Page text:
2021 was a major disappointment for the pro-life movement in South Australia. In spite of a 5,000-strong crowd turning out for last year’s event in pouring rain and with COVID restrictions in place, less than two weeks later the South Australian lower house of parliament passed liberalised abortion laws that effectively permit abortion on-demand, up until birth, for any reason that two medical professionals can agree on. Although some important concessions were won in this debate, it was nevertheless a deflating result for those who braved the cold and rain to stand up for the unborn.
On the back of such a deflating result, people could be forgiven for giving up altogether. And yet, “Walk for Life 2022” showed that the pro-life movement is not done yet. In spite of a COVID wave that is still racking up 1,500 new cases per day, the people of South Australia still managed to assemble a crowd of around 3,000 for this year’s march, which took place on Saturday the 12th of February.
The Archdiocesan District of Adelaide, under the pastoral guidance of its Archepiscopal Vicar, His Grace Bishop Silouan of Sinope, again had a strong presence at this year’s event. His Grace strongly encouraged the faithful to attend in his personal communication but also through a formal encyclical. Dozens of icons of the Visitation of St Elizabeth and of the pregnant Theotokos featured prominently in the march – making for a bold witness not only for the pro-life cause, but also of the Orthodox faith and presence in the City of Churches. Not only were the Orthodox faithful strongly represented, but many were directly involved in the volunteering efforts and in supplying some of the tents, and most of the tables and chairs.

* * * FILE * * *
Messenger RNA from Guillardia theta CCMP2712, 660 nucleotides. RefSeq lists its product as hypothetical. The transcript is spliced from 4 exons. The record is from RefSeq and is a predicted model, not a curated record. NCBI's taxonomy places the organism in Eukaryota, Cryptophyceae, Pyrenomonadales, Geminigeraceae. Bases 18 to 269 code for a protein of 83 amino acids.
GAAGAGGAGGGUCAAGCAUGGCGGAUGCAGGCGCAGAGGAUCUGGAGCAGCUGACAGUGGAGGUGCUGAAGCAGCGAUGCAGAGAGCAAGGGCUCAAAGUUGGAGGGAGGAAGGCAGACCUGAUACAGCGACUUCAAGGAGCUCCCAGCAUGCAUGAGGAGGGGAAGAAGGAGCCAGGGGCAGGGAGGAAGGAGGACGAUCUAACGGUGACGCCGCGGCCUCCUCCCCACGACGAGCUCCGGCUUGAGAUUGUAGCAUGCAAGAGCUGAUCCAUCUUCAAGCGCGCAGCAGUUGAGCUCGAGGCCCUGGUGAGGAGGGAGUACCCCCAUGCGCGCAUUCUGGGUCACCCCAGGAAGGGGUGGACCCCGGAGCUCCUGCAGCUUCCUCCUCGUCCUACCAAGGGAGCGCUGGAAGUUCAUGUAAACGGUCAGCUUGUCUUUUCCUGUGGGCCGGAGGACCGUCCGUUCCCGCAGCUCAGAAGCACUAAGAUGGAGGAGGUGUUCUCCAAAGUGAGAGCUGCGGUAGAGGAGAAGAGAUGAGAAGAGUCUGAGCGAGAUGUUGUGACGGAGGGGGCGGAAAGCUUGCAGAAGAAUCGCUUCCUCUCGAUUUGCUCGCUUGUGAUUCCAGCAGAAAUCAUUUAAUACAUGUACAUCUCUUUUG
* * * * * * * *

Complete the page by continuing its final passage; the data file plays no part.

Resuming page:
In spite of the stringent requirements placed on organisers by SA Health, the event ran extremely smoothly. Several speakers addressed the gathering, including Martin Iles (Managing Director of the Australian Christian Lobby), Tom Kenyon (former Labor and current Family First candidate for the SA upper house), Joanna Howe (Professor of Law at the University of Adelaide), Claire Scriven (MLC for Labor in the SA upper house) and Senator Claire Scriven (Liberal member of the Senate). A common theme among the presenters was the need for people of faith to engage more directly in the political process, in order to get people aligned with the pro-life cause pre-selected by their parties, and ultimately elected into parliament where they can push the changes through (the same tactics the pro-abortionists have been using for decades).
As part of this overall strategy, Professor Howe also announced an exciting new initiative called the “Enid Lyons List”. For decades, a pro-abortionist group by the name of Emily’s List has been responsible for helping pro-abortionist women get into parliament. So successful have they been, that of all the lower-house female MPs in SA, only one of them – Member for Enfield, Ms Andrea Michaels – voted against the final abortion-to-birth Bill (and the Orthodox faithful noted with pride that she is one of their own). Enid Lyons was a mother of twelve, and the first female to be elected to the Federal House of Representatives and to serve in a Federal Cabinet. She was herself a staunch anti-abortionist, and this organisation was established in her honour to help more pro-life women get into parliament.
Those present also heard miraculous testimony of a mother who was pressured to abort her child due to a supposed brain abnormality detected at their 20-week scan, only to give birth to a healthy baby girl. Her testimony is proof of the need for reform in this area.
In all, in the wake of last year’s potentially demoralising loss in the South Australian parliament, this was an encouraging result, and bodes well for the future of the pro-life cause in this State.